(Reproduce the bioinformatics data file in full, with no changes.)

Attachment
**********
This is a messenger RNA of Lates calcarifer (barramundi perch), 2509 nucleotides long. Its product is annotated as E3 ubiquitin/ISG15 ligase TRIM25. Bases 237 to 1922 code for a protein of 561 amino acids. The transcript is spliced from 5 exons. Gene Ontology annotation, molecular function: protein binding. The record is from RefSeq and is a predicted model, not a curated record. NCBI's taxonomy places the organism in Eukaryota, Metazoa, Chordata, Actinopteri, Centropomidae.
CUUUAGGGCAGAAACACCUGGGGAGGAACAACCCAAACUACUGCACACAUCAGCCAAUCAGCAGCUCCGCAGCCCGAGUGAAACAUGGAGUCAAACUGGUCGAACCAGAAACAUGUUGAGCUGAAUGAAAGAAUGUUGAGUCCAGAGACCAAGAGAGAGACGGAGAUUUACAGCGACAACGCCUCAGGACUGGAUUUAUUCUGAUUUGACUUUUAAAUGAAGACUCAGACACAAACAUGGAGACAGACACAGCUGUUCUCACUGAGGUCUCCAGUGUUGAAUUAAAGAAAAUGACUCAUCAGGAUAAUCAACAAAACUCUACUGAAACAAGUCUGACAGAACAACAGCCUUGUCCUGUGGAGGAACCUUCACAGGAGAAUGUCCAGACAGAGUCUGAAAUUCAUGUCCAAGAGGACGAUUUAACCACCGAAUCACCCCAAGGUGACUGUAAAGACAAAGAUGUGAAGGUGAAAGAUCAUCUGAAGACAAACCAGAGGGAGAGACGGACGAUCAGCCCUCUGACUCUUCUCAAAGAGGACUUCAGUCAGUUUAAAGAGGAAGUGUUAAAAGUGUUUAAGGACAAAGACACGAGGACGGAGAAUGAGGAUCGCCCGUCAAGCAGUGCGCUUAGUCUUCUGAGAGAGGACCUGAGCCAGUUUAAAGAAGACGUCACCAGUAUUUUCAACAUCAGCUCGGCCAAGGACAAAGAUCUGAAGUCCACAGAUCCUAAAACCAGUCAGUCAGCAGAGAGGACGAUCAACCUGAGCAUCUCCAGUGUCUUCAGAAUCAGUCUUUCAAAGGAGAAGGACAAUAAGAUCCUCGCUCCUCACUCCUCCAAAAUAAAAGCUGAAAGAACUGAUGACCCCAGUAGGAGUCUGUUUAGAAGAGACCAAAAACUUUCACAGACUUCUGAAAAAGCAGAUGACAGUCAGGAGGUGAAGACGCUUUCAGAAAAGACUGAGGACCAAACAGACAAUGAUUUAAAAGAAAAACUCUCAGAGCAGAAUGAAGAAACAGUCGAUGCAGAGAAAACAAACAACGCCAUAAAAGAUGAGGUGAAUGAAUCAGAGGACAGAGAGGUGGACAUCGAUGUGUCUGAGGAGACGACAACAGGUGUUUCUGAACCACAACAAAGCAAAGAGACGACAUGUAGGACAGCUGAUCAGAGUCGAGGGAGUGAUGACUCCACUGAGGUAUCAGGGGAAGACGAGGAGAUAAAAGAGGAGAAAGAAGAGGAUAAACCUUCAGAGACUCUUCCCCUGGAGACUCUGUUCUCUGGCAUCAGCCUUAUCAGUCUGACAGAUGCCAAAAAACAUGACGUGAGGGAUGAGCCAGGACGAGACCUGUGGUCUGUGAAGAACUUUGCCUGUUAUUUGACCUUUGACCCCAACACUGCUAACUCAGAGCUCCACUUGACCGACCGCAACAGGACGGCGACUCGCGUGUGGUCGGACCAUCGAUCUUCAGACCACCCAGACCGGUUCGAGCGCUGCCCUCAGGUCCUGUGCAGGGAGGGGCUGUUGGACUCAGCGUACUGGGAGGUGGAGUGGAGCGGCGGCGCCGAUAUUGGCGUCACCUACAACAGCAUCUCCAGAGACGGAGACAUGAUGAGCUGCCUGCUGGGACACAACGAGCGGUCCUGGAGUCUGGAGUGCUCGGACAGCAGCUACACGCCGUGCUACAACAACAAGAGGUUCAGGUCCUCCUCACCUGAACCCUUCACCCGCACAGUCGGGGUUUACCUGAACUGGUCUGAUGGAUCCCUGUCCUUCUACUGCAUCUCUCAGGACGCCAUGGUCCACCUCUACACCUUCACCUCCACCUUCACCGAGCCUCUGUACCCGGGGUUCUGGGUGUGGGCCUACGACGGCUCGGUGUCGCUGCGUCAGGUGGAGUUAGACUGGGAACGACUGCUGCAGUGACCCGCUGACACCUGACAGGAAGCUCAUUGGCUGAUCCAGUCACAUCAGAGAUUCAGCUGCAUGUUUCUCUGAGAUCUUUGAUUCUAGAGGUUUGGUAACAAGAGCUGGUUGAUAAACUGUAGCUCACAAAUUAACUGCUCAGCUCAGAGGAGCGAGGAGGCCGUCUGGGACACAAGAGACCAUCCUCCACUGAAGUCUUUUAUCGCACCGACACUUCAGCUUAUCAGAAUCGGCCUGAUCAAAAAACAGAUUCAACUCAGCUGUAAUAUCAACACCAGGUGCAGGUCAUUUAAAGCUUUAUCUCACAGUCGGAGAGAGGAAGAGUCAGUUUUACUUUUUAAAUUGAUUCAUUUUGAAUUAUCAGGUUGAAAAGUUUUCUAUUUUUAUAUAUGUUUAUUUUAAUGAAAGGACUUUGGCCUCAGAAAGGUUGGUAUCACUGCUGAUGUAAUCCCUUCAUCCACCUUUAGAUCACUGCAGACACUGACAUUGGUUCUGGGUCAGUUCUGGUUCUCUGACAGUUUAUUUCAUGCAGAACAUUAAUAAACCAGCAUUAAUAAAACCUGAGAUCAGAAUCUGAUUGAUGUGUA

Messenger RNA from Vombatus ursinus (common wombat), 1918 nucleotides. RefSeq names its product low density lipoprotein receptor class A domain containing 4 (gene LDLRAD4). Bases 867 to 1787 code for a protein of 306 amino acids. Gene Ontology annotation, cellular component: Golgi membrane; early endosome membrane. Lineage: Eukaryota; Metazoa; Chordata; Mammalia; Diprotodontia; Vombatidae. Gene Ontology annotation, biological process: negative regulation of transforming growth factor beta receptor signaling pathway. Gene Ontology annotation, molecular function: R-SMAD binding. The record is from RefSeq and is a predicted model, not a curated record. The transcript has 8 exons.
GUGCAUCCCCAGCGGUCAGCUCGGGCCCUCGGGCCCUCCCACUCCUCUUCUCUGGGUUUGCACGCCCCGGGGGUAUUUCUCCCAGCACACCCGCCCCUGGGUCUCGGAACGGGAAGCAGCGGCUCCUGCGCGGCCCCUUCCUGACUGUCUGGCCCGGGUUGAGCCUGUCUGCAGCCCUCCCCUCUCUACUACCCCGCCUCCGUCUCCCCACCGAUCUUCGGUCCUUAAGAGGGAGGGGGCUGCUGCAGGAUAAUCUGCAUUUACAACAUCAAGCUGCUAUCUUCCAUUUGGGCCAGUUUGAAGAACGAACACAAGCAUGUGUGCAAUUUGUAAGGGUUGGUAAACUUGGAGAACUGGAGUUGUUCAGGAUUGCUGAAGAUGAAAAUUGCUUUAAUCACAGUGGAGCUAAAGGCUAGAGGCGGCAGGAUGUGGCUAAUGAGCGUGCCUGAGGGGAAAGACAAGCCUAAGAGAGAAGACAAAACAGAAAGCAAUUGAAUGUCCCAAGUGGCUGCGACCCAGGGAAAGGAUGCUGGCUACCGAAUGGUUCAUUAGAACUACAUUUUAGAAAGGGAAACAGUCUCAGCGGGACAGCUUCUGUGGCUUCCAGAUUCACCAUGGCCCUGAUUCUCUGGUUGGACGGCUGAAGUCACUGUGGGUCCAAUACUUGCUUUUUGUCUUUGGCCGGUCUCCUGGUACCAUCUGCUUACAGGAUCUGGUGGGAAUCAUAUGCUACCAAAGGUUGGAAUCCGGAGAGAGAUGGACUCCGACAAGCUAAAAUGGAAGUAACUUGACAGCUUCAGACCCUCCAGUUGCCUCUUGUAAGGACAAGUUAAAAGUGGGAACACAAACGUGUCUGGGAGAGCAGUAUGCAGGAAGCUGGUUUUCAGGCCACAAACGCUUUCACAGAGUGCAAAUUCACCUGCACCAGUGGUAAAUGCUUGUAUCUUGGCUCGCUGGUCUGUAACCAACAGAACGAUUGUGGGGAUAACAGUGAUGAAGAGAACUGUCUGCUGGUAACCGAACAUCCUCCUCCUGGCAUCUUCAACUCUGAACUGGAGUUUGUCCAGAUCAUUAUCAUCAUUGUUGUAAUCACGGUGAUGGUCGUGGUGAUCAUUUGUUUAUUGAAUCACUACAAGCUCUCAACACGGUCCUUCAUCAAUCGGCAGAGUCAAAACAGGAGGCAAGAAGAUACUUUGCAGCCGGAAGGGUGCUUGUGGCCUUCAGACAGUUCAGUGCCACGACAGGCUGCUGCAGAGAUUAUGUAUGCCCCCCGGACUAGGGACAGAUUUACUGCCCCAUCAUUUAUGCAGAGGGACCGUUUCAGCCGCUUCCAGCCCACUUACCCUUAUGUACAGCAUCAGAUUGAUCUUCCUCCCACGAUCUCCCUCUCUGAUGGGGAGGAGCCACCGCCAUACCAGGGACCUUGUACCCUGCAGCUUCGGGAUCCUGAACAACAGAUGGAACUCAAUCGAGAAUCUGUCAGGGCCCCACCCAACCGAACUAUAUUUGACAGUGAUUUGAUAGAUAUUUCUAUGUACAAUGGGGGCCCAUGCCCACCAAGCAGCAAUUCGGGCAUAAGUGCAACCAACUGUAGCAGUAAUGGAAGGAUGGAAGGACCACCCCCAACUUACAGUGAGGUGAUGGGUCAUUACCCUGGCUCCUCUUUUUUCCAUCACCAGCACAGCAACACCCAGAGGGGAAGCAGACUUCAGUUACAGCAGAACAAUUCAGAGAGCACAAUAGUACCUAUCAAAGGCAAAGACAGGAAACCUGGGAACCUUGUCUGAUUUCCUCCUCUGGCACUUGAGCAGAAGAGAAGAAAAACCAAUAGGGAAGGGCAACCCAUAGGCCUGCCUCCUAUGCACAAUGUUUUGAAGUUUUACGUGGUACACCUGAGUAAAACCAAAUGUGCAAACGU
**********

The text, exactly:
This is a messenger RNA of Lates calcarifer (barramundi perch), 2509 nucleotides long. Its product is annotated as E3 ubiquitin/ISG15 ligase TRIM25. Bases 237 to 1922 code for a protein of 561 amino acids. The transcript is spliced from 5 exons. Gene Ontology annotation, molecular function: protein binding. The record is from RefSeq and is a predicted model, not a curated record. NCBI's taxonomy places the organism in Eukaryota, Metazoa, Chordata, Actinopteri, Centropomidae.
CUUUAGGGCAGAAACACCUGGGGAGGAACAACCCAAACUACUGCACACAUCAGCCAAUCAGCAGCUCCGCAGCCCGAGUGAAACAUGGAGUCAAACUGGUCGAACCAGAAACAUGUUGAGCUGAAUGAAAGAAUGUUGAGUCCAGAGACCAAGAGAGAGACGGAGAUUUACAGCGACAACGCCUCAGGACUGGAUUUAUUCUGAUUUGACUUUUAAAUGAAGACUCAGACACAAACAUGGAGACAGACACAGCUGUUCUCACUGAGGUCUCCAGUGUUGAAUUAAAGAAAAUGACUCAUCAGGAUAAUCAACAAAACUCUACUGAAACAAGUCUGACAGAACAACAGCCUUGUCCUGUGGAGGAACCUUCACAGGAGAAUGUCCAGACAGAGUCUGAAAUUCAUGUCCAAGAGGACGAUUUAACCACCGAAUCACCCCAAGGUGACUGUAAAGACAAAGAUGUGAAGGUGAAAGAUCAUCUGAAGACAAACCAGAGGGAGAGACGGACGAUCAGCCCUCUGACUCUUCUCAAAGAGGACUUCAGUCAGUUUAAAGAGGAAGUGUUAAAAGUGUUUAAGGACAAAGACACGAGGACGGAGAAUGAGGAUCGCCCGUCAAGCAGUGCGCUUAGUCUUCUGAGAGAGGACCUGAGCCAGUUUAAAGAAGACGUCACCAGUAUUUUCAACAUCAGCUCGGCCAAGGACAAAGAUCUGAAGUCCACAGAUCCUAAAACCAGUCAGUCAGCAGAGAGGACGAUCAACCUGAGCAUCUCCAGUGUCUUCAGAAUCAGUCUUUCAAAGGAGAAGGACAAUAAGAUCCUCGCUCCUCACUCCUCCAAAAUAAAAGCUGAAAGAACUGAUGACCCCAGUAGGAGUCUGUUUAGAAGAGACCAAAAACUUUCACAGACUUCUGAAAAAGCAGAUGACAGUCAGGAGGUGAAGACGCUUUCAGAAAAGACUGAGGACCAAACAGACAAUGAUUUAAAAGAAAAACUCUCAGAGCAGAAUGAAGAAACAGUCGAUGCAGAGAAAACAAACAACGCCAUAAAAGAUGAGGUGAAUGAAUCAGAGGACAGAGAGGUGGACAUCGAUGUGUCUGAGGAGACGACAACAGGUGUUUCUGAACCACAACAAAGCAAAGAGACGACAUGUAGGACAGCUGAUCAGAGUCGAGGGAGUGAUGACUCCACUGAGGUAUCAGGGGAAGACGAGGAGAUAAAAGAGGAGAAAGAAGAGGAUAAACCUUCAGAGACUCUUCCCCUGGAGACUCUGUUCUCUGGCAUCAGCCUUAUCAGUCUGACAGAUGCCAAAAAACAUGACGUGAGGGAUGAGCCAGGACGAGACCUGUGGUCUGUGAAGAACUUUGCCUGUUAUUUGACCUUUGACCCCAACACUGCUAACUCAGAGCUCCACUUGACCGACCGCAACAGGACGGCGACUCGCGUGUGGUCGGACCAUCGAUCUUCAGACCACCCAGACCGGUUCGAGCGCUGCCCUCAGGUCCUGUGCAGGGAGGGGCUGUUGGACUCAGCGUACUGGGAGGUGGAGUGGAGCGGCGGCGCCGAUAUUGGCGUCACCUACAACAGCAUCUCCAGAGACGGAGACAUGAUGAGCUGCCUGCUGGGACACAACGAGCGGUCCUGGAGUCUGGAGUGCUCGGACAGCAGCUACACGCCGUGCUACAACAACAAGAGGUUCAGGUCCUCCUCACCUGAACCCUUCACCCGCACAGUCGGGGUUUACCUGAACUGGUCUGAUGGAUCCCUGUCCUUCUACUGCAUCUCUCAGGACGCCAUGGUCCACCUCUACACCUUCACCUCCACCUUCACCGAGCCUCUGUACCCGGGGUUCUGGGUGUGGGCCUACGACGGCUCGGUGUCGCUGCGUCAGGUGGAGUUAGACUGGGAACGACUGCUGCAGUGACCCGCUGACACCUGACAGGAAGCUCAUUGGCUGAUCCAGUCACAUCAGAGAUUCAGCUGCAUGUUUCUCUGAGAUCUUUGAUUCUAGAGGUUUGGUAACAAGAGCUGGUUGAUAAACUGUAGCUCACAAAUUAACUGCUCAGCUCAGAGGAGCGAGGAGGCCGUCUGGGACACAAGAGACCAUCCUCCACUGAAGUCUUUUAUCGCACCGACACUUCAGCUUAUCAGAAUCGGCCUGAUCAAAAAACAGAUUCAACUCAGCUGUAAUAUCAACACCAGGUGCAGGUCAUUUAAAGCUUUAUCUCACAGUCGGAGAGAGGAAGAGUCAGUUUUACUUUUUAAAUUGAUUCAUUUUGAAUUAUCAGGUUGAAAAGUUUUCUAUUUUUAUAUAUGUUUAUUUUAAUGAAAGGACUUUGGCCUCAGAAAGGUUGGUAUCACUGCUGAUGUAAUCCCUUCAUCCACCUUUAGAUCACUGCAGACACUGACAUUGGUUCUGGGUCAGUUCUGGUUCUCUGACAGUUUAUUUCAUGCAGAACAUUAAUAAACCAGCAUUAAUAAAACCUGAGAUCAGAAUCUGAUUGAUGUGUA

Messenger RNA from Vombatus ursinus (common wombat), 1918 nucleotides. RefSeq names its product low density lipoprotein receptor class A domain containing 4 (gene LDLRAD4). Bases 867 to 1787 code for a protein of 306 amino acids. Gene Ontology annotation, cellular component: Golgi membrane; early endosome membrane. Lineage: Eukaryota; Metazoa; Chordata; Mammalia; Diprotodontia; Vombatidae. Gene Ontology annotation, biological process: negative regulation of transforming growth factor beta receptor signaling pathway. Gene Ontology annotation, molecular function: R-SMAD binding. The record is from RefSeq and is a predicted model, not a curated record. The transcript has 8 exons.
GUGCAUCCCCAGCGGUCAGCUCGGGCCCUCGGGCCCUCCCACUCCUCUUCUCUGGGUUUGCACGCCCCGGGGGUAUUUCUCCCAGCACACCCGCCCCUGGGUCUCGGAACGGGAAGCAGCGGCUCCUGCGCGGCCCCUUCCUGACUGUCUGGCCCGGGUUGAGCCUGUCUGCAGCCCUCCCCUCUCUACUACCCCGCCUCCGUCUCCCCACCGAUCUUCGGUCCUUAAGAGGGAGGGGGCUGCUGCAGGAUAAUCUGCAUUUACAACAUCAAGCUGCUAUCUUCCAUUUGGGCCAGUUUGAAGAACGAACACAAGCAUGUGUGCAAUUUGUAAGGGUUGGUAAACUUGGAGAACUGGAGUUGUUCAGGAUUGCUGAAGAUGAAAAUUGCUUUAAUCACAGUGGAGCUAAAGGCUAGAGGCGGCAGGAUGUGGCUAAUGAGCGUGCCUGAGGGGAAAGACAAGCCUAAGAGAGAAGACAAAACAGAAAGCAAUUGAAUGUCCCAAGUGGCUGCGACCCAGGGAAAGGAUGCUGGCUACCGAAUGGUUCAUUAGAACUACAUUUUAGAAAGGGAAACAGUCUCAGCGGGACAGCUUCUGUGGCUUCCAGAUUCACCAUGGCCCUGAUUCUCUGGUUGGACGGCUGAAGUCACUGUGGGUCCAAUACUUGCUUUUUGUCUUUGGCCGGUCUCCUGGUACCAUCUGCUUACAGGAUCUGGUGGGAAUCAUAUGCUACCAAAGGUUGGAAUCCGGAGAGAGAUGGACUCCGACAAGCUAAAAUGGAAGUAACUUGACAGCUUCAGACCCUCCAGUUGCCUCUUGUAAGGACAAGUUAAAAGUGGGAACACAAACGUGUCUGGGAGAGCAGUAUGCAGGAAGCUGGUUUUCAGGCCACAAACGCUUUCACAGAGUGCAAAUUCACCUGCACCAGUGGUAAAUGCUUGUAUCUUGGCUCGCUGGUCUGUAACCAACAGAACGAUUGUGGGGAUAACAGUGAUGAAGAGAACUGUCUGCUGGUAACCGAACAUCCUCCUCCUGGCAUCUUCAACUCUGAACUGGAGUUUGUCCAGAUCAUUAUCAUCAUUGUUGUAAUCACGGUGAUGGUCGUGGUGAUCAUUUGUUUAUUGAAUCACUACAAGCUCUCAACACGGUCCUUCAUCAAUCGGCAGAGUCAAAACAGGAGGCAAGAAGAUACUUUGCAGCCGGAAGGGUGCUUGUGGCCUUCAGACAGUUCAGUGCCACGACAGGCUGCUGCAGAGAUUAUGUAUGCCCCCCGGACUAGGGACAGAUUUACUGCCCCAUCAUUUAUGCAGAGGGACCGUUUCAGCCGCUUCCAGCCCACUUACCCUUAUGUACAGCAUCAGAUUGAUCUUCCUCCCACGAUCUCCCUCUCUGAUGGGGAGGAGCCACCGCCAUACCAGGGACCUUGUACCCUGCAGCUUCGGGAUCCUGAACAACAGAUGGAACUCAAUCGAGAAUCUGUCAGGGCCCCACCCAACCGAACUAUAUUUGACAGUGAUUUGAUAGAUAUUUCUAUGUACAAUGGGGGCCCAUGCCCACCAAGCAGCAAUUCGGGCAUAAGUGCAACCAACUGUAGCAGUAAUGGAAGGAUGGAAGGACCACCCCCAACUUACAGUGAGGUGAUGGGUCAUUACCCUGGCUCCUCUUUUUUCCAUCACCAGCACAGCAACACCCAGAGGGGAAGCAGACUUCAGUUACAGCAGAACAAUUCAGAGAGCACAAUAGUACCUAUCAAAGGCAAAGACAGGAAACCUGGGAACCUUGUCUGAUUUCCUCCUCUGGCACUUGAGCAGAAGAGAAGAAAAACCAAUAGGGAAGGGCAACCCAUAGGCCUGCCUCCUAUGCACAAUGUUUUGAAGUUUUACGUGGUACACCUGAGUAAAACCAAAUGUGCAAACGU